Unfortunately, Cable Select doesn't seem to have caught on, although if drive manufacturers put the CS jumper on the drive, it would be pretty lame if it didn't actually work.

//Ken
 

MarkHastings

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Jan 27, 2003
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Was the CD-RW the master when you first got it from Dell?
I got the computer with a DVD-ROM drive and the CD-RW drive. I believe they were both set to Cable select and both drives on the secondary IDE chain were set to Auto in the bios.

A few months back, I replaced the DVD-ROM with the DVD Burner and I don't think it (the DVD burner) works with CS so I started changing the jumpers and that's probably where I got into trouble (I'm not very savy on IDE chains).

Right now I have the DVD burner at the end of the chain and set to Master and the CD-RW set to Slave and everything works.
 

BlakeN

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Glad to hear its working I would just leave it as is .. I just want to clear something up though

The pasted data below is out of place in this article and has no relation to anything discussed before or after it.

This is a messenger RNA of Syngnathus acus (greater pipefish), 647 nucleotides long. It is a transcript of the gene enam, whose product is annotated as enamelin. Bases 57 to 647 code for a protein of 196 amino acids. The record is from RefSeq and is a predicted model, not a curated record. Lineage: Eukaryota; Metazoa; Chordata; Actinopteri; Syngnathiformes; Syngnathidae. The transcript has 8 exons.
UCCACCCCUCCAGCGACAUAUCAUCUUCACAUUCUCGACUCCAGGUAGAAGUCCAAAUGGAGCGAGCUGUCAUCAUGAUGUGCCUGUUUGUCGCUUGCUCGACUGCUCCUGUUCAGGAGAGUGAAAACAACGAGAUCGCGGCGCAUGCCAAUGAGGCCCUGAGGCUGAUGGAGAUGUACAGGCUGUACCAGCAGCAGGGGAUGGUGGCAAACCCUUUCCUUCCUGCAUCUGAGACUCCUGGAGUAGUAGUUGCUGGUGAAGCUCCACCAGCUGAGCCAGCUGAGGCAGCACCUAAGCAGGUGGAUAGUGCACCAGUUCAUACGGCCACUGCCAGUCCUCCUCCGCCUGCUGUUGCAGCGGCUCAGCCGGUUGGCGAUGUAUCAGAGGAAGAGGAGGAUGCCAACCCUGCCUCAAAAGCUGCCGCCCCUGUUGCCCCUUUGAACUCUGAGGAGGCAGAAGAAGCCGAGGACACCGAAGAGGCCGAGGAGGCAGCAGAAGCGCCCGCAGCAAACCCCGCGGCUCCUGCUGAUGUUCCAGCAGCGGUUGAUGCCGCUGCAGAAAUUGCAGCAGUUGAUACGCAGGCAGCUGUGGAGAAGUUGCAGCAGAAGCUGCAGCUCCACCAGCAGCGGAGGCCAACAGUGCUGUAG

This only applies when the drive jumper is set to Cable Select, otherwise the master drive can sit on either plug or the cable can even be inverted.
This is not 100% true. Some devices typically cdrom drives on some mother boards typically older ones will not work correctly if the master drive is not plugged into the last plug on the IDE chain.

Secondly you can invert the cable if its an older style 40 pin (ata 33/66/100) however if its a newer cable (ata 133) you can not invert it. On the older style cables every other wire is grounded directly to the motherboard in order to reduce magnetic fields. On the newer ata 133 80 pin cables every other wire is still ground but the cable is directional so 1 wire supplies the ground from the motherboard to all the other ground wires in the cable. Ata 133 cables are always color coded so you know which one plugs into the motherboard.
 

Ken Chan

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Yes, I was speaking of the modern 80-conductor cables requiring the master to be at the end. I thought these were required for ATA/66 and up. Is then an even newer cable for ATA/133?

//Ken